There are other Ethereum’s scaling solutions that don’t technically fit the Plasma/Rollup classification. One example is Starkware which implements a scaling solution where the transaction data is off-chain, similar to Plasma. However, the off-chain transactions are also bundled using a form of zero-knowledge proofs which doesn’t require trusted setup called STARKs. Starkware and Vitalik call this approach Validium.
Ethereum Off-Chain Payment Solutions
Payment scaling solutions were the first to market in 2017 and 2018. They were all heavily influenced by Bitcoin’s Lightning Network. These solutions focus on scaling payment transactions, but they do not allow arbitrary smart contract off-chain executions. Consequently, they don't support DeFi, dapps, or games. This is a critical weakness in the Ethereum ecosystem and likely explains why these types of solutions haven't managed to gain much traction. The major underlying technology common between these solutions is State Channels. Raiden Network, Connext/SpankChain, and Liquidity Network are all projects that have tried to build off-chain payment networks on top of Ethereum.
The Raiden Network is considered the closest LN-equivalent on Ethereum. Similar to LN, it implements 1-to-1 channels between different nodes on the network to create a micropayment network running on top of Ethereum. The first mainnet release of Raiden took place in May 2020. Using a Raiden explorer we can see that, at time of writing, the network has only 25 unique accounts and about 50 channels. Since the ethereum space's focus has largely shifted to more flexible scaling solutions, it is difficult to see a strong future for 1-to-1 payment channel networks such as Raiden.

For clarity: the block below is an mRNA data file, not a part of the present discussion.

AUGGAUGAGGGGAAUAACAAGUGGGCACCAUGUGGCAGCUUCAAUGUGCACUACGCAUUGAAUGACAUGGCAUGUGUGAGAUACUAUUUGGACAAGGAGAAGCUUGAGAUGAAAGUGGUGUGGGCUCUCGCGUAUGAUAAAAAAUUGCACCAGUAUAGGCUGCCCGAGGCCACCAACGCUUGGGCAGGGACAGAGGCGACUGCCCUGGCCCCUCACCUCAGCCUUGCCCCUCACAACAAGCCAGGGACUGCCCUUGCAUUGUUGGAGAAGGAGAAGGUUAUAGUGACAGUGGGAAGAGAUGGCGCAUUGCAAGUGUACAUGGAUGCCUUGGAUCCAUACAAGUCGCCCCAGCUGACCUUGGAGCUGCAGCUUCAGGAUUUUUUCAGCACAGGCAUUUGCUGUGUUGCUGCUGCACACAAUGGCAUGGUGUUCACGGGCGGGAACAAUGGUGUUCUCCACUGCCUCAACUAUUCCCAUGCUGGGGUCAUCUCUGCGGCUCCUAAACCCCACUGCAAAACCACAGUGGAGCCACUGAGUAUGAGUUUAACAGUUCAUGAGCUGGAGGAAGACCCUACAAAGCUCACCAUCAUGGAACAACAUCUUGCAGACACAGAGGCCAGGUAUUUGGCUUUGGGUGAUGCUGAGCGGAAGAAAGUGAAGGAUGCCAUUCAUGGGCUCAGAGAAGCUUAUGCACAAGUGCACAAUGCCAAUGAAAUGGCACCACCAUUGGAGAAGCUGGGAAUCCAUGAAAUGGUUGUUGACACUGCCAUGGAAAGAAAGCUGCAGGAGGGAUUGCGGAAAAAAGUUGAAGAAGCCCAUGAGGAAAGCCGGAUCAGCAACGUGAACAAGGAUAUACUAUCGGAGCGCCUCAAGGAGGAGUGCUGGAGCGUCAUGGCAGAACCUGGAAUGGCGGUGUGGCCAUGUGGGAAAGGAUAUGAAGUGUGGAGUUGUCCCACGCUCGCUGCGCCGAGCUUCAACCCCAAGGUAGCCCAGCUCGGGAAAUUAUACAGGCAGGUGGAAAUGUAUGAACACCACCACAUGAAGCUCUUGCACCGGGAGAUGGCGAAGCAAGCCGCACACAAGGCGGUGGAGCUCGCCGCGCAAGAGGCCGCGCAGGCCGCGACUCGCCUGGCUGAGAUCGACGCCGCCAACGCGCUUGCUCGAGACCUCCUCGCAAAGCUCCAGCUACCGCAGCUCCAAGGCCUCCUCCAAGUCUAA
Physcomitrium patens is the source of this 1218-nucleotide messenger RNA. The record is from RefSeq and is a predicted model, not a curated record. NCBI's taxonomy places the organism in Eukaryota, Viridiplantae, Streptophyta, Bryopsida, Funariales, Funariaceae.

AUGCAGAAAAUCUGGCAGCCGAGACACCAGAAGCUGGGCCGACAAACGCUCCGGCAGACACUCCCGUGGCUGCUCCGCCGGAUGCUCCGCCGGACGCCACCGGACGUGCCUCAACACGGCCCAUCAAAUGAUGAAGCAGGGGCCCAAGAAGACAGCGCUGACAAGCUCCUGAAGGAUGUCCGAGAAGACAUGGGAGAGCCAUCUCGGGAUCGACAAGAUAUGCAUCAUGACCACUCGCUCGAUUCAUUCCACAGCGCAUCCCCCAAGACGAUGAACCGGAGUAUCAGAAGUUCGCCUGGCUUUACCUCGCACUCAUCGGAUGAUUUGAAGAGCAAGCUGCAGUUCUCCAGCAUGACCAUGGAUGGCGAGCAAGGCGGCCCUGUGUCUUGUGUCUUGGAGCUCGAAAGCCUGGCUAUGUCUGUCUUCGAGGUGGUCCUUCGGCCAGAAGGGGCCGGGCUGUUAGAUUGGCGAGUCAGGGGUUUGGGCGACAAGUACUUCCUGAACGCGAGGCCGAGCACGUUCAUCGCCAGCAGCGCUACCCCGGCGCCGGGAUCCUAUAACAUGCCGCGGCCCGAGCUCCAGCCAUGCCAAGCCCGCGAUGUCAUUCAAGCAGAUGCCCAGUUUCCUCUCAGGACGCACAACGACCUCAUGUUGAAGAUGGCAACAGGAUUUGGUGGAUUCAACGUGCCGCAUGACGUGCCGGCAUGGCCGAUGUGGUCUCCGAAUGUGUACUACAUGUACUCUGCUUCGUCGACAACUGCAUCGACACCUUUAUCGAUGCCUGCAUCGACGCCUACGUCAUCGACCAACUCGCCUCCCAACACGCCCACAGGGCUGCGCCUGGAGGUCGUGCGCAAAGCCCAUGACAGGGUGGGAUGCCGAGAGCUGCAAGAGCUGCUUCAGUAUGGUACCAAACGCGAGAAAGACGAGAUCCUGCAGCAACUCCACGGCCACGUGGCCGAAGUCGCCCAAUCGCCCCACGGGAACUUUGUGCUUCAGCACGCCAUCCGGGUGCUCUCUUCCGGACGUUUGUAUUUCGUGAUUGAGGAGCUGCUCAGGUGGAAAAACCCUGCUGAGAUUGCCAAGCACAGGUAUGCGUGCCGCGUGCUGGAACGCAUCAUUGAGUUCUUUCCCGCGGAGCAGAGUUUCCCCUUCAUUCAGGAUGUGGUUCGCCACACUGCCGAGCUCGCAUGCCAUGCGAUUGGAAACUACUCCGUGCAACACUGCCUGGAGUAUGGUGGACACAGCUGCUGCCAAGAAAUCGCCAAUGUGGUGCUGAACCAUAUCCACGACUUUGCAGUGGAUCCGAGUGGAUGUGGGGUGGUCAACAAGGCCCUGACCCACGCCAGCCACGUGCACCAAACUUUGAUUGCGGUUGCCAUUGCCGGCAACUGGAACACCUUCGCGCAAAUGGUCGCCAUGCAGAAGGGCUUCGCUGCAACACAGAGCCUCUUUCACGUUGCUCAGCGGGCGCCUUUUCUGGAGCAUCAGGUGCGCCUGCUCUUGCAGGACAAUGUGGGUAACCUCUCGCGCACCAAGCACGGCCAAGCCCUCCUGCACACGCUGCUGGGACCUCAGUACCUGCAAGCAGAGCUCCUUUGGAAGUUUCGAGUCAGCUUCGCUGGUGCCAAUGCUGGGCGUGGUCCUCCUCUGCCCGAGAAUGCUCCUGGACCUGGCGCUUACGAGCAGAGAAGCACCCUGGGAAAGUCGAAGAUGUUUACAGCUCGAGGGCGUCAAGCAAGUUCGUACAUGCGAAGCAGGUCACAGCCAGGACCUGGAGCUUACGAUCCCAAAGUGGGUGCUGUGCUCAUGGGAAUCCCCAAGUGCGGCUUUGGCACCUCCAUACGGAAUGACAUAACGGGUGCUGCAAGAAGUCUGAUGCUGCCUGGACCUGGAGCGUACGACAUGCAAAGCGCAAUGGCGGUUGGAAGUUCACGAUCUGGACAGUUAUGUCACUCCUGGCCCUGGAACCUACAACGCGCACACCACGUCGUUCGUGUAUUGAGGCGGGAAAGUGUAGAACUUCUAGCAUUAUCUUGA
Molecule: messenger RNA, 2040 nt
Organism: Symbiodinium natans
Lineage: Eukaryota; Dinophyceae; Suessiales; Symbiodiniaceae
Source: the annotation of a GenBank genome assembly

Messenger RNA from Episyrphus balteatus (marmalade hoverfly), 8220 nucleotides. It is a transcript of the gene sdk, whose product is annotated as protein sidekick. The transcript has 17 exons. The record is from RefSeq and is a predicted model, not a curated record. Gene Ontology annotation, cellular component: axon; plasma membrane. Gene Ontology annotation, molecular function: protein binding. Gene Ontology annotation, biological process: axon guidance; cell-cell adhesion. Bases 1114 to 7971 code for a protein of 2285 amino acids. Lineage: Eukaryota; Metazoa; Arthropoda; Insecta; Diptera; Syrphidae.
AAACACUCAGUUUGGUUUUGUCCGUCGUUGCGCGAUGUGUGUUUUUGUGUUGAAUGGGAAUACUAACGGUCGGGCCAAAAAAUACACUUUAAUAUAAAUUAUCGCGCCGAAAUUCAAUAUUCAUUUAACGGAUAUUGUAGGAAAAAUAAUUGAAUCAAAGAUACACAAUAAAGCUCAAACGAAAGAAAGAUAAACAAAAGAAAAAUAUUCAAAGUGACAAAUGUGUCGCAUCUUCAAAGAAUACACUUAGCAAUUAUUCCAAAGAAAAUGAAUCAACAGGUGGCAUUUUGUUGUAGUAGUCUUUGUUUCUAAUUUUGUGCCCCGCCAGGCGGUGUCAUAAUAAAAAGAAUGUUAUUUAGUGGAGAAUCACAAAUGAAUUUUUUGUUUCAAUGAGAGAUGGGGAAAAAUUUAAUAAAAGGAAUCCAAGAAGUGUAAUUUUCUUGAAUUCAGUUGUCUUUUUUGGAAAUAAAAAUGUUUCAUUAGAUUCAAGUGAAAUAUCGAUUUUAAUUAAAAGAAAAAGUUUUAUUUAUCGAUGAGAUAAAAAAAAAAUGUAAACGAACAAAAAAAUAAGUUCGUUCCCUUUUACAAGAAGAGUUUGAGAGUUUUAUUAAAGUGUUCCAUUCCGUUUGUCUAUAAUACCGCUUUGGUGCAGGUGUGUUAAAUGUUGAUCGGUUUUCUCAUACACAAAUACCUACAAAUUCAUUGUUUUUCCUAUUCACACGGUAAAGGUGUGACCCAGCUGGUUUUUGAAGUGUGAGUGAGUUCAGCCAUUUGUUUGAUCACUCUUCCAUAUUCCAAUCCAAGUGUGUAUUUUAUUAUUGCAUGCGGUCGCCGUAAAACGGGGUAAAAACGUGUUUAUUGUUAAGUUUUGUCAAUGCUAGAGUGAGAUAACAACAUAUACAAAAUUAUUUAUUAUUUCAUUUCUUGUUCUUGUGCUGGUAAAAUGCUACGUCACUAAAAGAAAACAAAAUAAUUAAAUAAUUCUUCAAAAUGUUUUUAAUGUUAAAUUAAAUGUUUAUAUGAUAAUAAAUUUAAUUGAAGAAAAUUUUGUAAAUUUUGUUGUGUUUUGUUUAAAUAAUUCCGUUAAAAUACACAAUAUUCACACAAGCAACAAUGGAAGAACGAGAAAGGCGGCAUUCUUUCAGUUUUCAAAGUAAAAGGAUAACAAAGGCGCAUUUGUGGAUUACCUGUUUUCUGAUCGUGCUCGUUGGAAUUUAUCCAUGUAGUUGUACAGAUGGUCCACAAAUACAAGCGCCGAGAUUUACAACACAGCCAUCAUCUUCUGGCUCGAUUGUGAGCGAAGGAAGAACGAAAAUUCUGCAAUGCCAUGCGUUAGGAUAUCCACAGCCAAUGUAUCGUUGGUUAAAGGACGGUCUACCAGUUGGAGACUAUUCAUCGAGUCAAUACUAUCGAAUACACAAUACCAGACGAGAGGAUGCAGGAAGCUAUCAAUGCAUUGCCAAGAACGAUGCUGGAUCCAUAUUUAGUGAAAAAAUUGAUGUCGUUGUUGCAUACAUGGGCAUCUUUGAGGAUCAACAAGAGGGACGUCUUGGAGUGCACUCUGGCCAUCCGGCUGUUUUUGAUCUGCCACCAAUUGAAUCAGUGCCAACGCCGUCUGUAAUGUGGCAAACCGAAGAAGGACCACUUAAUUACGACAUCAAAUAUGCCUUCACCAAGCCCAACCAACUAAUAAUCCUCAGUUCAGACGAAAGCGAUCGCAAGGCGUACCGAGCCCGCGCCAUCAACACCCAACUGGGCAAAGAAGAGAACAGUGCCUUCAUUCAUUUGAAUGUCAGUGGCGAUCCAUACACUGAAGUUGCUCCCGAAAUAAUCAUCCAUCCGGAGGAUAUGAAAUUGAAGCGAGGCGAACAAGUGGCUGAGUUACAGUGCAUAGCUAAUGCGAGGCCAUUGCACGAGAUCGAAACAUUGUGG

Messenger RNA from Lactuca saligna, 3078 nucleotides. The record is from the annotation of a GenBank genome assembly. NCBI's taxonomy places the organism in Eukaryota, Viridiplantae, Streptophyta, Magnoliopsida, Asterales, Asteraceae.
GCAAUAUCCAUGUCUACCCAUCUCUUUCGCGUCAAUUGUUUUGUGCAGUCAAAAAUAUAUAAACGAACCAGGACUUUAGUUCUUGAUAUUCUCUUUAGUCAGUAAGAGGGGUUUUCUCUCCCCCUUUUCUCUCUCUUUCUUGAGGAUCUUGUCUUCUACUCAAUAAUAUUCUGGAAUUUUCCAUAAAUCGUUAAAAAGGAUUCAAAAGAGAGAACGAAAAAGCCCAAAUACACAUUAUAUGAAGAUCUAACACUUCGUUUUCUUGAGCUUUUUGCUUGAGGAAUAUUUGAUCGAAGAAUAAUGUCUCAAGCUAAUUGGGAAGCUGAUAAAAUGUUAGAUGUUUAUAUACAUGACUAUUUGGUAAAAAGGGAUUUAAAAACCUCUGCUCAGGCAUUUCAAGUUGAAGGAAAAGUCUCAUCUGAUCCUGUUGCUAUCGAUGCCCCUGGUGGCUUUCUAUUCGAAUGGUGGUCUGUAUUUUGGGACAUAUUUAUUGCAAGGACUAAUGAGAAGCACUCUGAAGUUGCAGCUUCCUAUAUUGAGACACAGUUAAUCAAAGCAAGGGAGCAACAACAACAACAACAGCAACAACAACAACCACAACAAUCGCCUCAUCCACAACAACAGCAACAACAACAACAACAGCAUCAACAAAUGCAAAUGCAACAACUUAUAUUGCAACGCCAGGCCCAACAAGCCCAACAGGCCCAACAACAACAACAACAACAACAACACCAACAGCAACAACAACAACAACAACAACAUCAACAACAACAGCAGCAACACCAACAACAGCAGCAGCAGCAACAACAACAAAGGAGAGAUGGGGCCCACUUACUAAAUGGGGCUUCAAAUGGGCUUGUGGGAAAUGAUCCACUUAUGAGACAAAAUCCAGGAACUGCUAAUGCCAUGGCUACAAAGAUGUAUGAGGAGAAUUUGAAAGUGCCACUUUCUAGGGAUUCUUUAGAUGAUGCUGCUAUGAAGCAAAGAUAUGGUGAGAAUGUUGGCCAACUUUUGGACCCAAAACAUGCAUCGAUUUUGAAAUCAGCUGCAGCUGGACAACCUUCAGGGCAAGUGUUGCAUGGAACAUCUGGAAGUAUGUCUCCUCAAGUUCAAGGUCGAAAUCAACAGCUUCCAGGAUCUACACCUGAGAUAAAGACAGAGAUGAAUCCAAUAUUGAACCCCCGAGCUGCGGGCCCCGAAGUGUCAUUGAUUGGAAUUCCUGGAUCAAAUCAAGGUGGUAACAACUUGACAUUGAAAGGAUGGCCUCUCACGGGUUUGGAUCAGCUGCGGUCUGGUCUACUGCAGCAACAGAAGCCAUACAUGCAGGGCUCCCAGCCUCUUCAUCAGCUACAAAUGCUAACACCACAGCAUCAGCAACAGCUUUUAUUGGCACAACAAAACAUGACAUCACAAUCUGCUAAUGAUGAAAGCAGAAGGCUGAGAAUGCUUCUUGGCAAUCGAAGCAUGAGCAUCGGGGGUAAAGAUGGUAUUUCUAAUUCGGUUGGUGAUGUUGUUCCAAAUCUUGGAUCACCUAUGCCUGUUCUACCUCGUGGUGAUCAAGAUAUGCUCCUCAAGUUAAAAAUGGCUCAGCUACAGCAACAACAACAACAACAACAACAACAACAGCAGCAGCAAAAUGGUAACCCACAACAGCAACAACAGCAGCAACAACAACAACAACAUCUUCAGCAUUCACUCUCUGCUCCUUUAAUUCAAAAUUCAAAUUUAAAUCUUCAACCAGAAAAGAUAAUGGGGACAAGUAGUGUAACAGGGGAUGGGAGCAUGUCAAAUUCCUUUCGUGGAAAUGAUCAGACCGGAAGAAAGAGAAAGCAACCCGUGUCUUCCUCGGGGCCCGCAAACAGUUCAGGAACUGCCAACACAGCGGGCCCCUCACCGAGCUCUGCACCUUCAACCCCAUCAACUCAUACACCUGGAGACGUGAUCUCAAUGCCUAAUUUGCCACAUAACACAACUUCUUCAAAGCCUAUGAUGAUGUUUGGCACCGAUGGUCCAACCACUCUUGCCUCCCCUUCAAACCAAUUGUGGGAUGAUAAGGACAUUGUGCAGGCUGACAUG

Similar to Raiden, Liquidity Network aims to implement payment channels on top of Ethereum. However, instead of following the same 1-to-1 channel model used in both Raiden and LN, the project leverages a 1-to-N channel model. The network depends on payment hubs that multiple users can connect to. In that sense, Liquidity is categorically similar to a sidechain as opposed to a payment channel network. The project is led by a group of academic researchers from the Imperial College of London who take pride in presenting their academic research on the project website. The project launched on mainnet in 2018 and has largely failed to attract users - despite the recent uptick in the Ethereum network utilization and increased gas fees.